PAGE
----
Bull Trout climate refuge map. Credit: Dan Isaak, USFS

We’re diving head-first into the terrible uncontrolled experiment that is climate change. For fish and wildlife that are particularly sensitive to changing temperatures, this means their ranges will shift or contract. I am using future projections for Montana streams to determine where temperatures will be suitable for aquatic species to survive. These areas are known as “refugia.” While such work has been completed for several species of trout, others such as nongame critters (e.g. sculpin, dace, tadpoles, aq. insects, etc.) suffer from a lack of information. I am using the best available data, supplemented with my own fieldwork, to make sure all aquatic species (including wildlife) are accounted for. Once climate refugia have been located, additional information such as land ownership and barrier locations, will help prioritize which areas and species should be the focus of conservation & restoration actions.

Eastern Montana Stream Temperature Regression (EMonSTeR)


Unfortunately, stream temperature projects are not available for much of central and eastern Montana. With Dan Isaak of the USFS Rocky Mountain Research Station, I have initiated the EMonSTeR project to develop current and future stream temperature maps for all of Montana east of the continental divide. This will make it possible to determine climate refugia for cool- and warmwater species– groups not usually considered when thinking about vulnerability to increasing temperatures.

Torrent & Cedar Sculpin eDNA & Temperature Tolerance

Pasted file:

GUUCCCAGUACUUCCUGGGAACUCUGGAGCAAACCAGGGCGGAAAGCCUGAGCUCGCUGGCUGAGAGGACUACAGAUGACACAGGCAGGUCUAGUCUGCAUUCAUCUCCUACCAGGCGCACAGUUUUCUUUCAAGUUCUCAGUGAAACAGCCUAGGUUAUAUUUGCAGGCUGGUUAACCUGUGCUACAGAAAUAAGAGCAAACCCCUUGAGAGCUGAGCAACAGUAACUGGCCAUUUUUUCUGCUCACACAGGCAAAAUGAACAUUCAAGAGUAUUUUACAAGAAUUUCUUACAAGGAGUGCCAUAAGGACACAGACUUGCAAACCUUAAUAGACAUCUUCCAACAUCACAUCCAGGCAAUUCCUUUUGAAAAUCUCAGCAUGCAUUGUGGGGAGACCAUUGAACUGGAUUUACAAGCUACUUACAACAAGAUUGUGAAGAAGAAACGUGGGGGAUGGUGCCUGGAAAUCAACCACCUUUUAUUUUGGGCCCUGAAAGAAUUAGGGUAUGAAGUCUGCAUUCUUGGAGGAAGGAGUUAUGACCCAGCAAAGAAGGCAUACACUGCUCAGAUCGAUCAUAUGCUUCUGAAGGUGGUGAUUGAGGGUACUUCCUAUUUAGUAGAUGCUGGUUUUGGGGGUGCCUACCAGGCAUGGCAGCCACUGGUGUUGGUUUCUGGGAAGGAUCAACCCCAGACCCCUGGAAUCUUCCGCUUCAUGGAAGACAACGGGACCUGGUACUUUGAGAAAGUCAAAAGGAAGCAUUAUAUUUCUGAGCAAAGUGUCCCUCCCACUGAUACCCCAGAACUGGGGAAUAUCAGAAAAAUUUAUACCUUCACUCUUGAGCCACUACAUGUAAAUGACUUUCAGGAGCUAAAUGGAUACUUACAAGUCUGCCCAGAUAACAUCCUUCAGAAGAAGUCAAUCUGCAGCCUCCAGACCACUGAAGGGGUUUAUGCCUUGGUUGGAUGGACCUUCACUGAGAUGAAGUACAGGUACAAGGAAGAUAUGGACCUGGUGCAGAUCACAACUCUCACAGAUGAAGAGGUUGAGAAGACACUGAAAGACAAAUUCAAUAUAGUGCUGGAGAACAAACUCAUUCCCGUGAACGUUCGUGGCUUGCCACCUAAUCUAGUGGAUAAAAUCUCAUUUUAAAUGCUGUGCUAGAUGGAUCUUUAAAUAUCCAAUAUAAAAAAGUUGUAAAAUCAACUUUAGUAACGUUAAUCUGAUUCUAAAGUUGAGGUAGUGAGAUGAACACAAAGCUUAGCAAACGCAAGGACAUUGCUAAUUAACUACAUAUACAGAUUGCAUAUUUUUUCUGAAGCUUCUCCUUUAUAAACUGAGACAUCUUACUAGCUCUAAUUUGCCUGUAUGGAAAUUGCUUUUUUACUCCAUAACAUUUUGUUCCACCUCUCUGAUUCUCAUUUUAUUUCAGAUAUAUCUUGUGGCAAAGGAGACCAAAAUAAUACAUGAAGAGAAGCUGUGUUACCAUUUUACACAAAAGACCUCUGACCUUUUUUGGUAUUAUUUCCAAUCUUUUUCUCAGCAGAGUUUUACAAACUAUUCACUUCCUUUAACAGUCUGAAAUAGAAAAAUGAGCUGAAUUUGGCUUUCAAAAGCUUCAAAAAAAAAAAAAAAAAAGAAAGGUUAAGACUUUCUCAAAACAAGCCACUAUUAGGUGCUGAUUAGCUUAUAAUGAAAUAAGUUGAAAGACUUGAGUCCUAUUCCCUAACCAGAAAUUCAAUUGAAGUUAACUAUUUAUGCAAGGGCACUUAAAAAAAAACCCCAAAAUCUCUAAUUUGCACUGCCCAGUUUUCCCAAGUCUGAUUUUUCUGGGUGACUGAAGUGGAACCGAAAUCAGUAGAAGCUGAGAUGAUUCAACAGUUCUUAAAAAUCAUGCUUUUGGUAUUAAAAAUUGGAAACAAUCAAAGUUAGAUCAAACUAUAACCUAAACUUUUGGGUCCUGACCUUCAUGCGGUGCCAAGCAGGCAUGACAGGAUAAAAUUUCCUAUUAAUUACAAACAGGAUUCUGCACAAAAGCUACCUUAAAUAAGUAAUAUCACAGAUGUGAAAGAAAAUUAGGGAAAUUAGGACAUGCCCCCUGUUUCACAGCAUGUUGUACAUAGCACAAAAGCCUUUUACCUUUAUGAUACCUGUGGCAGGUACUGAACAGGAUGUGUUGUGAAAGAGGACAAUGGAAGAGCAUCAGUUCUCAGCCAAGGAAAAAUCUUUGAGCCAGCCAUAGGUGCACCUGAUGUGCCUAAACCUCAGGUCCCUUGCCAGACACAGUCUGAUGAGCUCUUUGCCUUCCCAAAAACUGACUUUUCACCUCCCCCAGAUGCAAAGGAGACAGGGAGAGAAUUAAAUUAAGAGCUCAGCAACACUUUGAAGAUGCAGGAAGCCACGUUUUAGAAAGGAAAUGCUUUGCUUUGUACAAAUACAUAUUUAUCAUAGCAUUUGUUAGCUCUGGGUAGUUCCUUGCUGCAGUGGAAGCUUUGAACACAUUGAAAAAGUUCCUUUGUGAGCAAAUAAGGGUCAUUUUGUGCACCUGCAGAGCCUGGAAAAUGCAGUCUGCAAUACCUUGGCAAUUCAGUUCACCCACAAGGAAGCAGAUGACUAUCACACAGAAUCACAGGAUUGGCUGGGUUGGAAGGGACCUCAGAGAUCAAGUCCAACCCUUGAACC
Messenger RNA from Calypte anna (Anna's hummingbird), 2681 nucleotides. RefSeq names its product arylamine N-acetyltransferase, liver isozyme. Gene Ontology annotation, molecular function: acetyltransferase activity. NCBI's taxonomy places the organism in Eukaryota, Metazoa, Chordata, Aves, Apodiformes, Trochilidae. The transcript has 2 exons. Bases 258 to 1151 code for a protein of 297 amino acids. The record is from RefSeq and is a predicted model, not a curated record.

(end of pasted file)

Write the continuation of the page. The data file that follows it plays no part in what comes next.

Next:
An additional aspect of this project includes working with Mike Young of the National Genomics Center for Fish & Wildlife Conservation to develop eDNA tests to assess presence of Torrent Sculpin and Cedar Sculpin. I will use these tests in the field to help determine the temperature tolerances of these understudied species.

Stillwater-Whitefish Basin Restoration Assessment

Lastly, with Sam Bourret (MFWP) and Beth Gardner (USFS), I am writing an aquatic restoration plan for the Stillwater-Whitefish basin of northwestern Montana. In this plan, we will assess streams as potential climate refugia for Westslope Cutthroat Trout, Bull Trout, Columbia Slimy Sculpin, and other coldwater fishes. Improvement of refugia streams will include removal and blockage of invasive species, translocation of game and nongame species, stream restoration using process-based techniques, and thermal vulnerability assessments for frogs, toads, & turtles.

Project Partners

Dan Isaak (USFS)
Mike Young (USFS)
Sam Bourret (MFWP)
Beth Gardner (USFS)

Project Funders

National Science Foundation; U.S. Forest Service; Montana Fish, Wildlife & Parks; Utah State University.

Torrent Sculpin from the Kootenai River basin